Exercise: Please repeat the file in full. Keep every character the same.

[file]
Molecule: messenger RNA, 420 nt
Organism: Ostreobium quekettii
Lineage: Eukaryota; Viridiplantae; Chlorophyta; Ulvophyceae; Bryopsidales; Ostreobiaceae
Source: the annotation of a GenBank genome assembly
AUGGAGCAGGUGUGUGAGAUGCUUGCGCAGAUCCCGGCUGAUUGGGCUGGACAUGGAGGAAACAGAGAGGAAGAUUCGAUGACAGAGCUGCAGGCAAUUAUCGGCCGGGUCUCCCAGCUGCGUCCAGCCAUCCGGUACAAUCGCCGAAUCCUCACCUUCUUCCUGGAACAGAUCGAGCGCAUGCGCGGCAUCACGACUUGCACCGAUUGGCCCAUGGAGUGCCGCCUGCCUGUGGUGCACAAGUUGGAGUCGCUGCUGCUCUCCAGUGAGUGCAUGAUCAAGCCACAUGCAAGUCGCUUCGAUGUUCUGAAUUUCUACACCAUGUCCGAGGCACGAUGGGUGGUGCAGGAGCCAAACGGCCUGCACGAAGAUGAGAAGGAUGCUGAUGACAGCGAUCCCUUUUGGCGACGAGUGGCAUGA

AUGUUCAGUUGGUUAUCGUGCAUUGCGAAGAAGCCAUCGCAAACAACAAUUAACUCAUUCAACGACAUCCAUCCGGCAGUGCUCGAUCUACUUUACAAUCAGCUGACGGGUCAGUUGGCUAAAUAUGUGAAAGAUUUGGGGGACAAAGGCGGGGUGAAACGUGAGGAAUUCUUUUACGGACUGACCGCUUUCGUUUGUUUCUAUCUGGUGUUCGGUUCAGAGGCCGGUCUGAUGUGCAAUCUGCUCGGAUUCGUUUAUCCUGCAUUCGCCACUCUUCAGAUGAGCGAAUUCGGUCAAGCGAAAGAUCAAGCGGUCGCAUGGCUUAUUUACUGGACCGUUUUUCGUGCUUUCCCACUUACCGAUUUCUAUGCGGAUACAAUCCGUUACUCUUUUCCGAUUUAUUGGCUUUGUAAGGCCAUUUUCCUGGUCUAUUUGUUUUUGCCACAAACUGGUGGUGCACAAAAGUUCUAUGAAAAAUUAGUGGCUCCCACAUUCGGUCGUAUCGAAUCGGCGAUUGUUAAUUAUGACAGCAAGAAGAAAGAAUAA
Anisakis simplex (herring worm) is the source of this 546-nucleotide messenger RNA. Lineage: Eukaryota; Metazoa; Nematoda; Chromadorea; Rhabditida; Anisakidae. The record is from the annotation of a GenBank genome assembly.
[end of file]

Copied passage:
Molecule: messenger RNA, 420 nt
Organism: Ostreobium quekettii
Lineage: Eukaryota; Viridiplantae; Chlorophyta; Ulvophyceae; Bryopsidales; Ostreobiaceae
Source: the annotation of a GenBank genome assembly
AUGGAGCAGGUGUGUGAGAUGCUUGCGCAGAUCCCGGCUGAUUGGGCUGGACAUGGAGGAAACAGAGAGGAAGAUUCGAUGACAGAGCUGCAGGCAAUUAUCGGCCGGGUCUCCCAGCUGCGUCCAGCCAUCCGGUACAAUCGCCGAAUCCUCACCUUCUUCCUGGAACAGAUCGAGCGCAUGCGCGGCAUCACGACUUGCACCGAUUGGCCCAUGGAGUGCCGCCUGCCUGUGGUGCACAAGUUGGAGUCGCUGCUGCUCUCCAGUGAGUGCAUGAUCAAGCCACAUGCAAGUCGCUUCGAUGUUCUGAAUUUCUACACCAUGUCCGAGGCACGAUGGGUGGUGCAGGAGCCAAACGGCCUGCACGAAGAUGAGAAGGAUGCUGAUGACAGCGAUCCCUUUUGGCGACGAGUGGCAUGA

AUGUUCAGUUGGUUAUCGUGCAUUGCGAAGAAGCCAUCGCAAACAACAAUUAACUCAUUCAACGACAUCCAUCCGGCAGUGCUCGAUCUACUUUACAAUCAGCUGACGGGUCAGUUGGCUAAAUAUGUGAAAGAUUUGGGGGACAAAGGCGGGGUGAAACGUGAGGAAUUCUUUUACGGACUGACCGCUUUCGUUUGUUUCUAUCUGGUGUUCGGUUCAGAGGCCGGUCUGAUGUGCAAUCUGCUCGGAUUCGUUUAUCCUGCAUUCGCCACUCUUCAGAUGAGCGAAUUCGGUCAAGCGAAAGAUCAAGCGGUCGCAUGGCUUAUUUACUGGACCGUUUUUCGUGCUUUCCCACUUACCGAUUUCUAUGCGGAUACAAUCCGUUACUCUUUUCCGAUUUAUUGGCUUUGUAAGGCCAUUUUCCUGGUCUAUUUGUUUUUGCCACAAACUGGUGGUGCACAAAAGUUCUAUGAAAAAUUAGUGGCUCCCACAUUCGGUCGUAUCGAAUCGGCGAUUGUUAAUUAUGACAGCAAGAAGAAAGAAUAA
Anisakis simplex (herring worm) is the source of this 546-nucleotide messenger RNA. Lineage: Eukaryota; Metazoa; Nematoda; Chromadorea; Rhabditida; Anisakidae. The record is from the annotation of a GenBank genome assembly.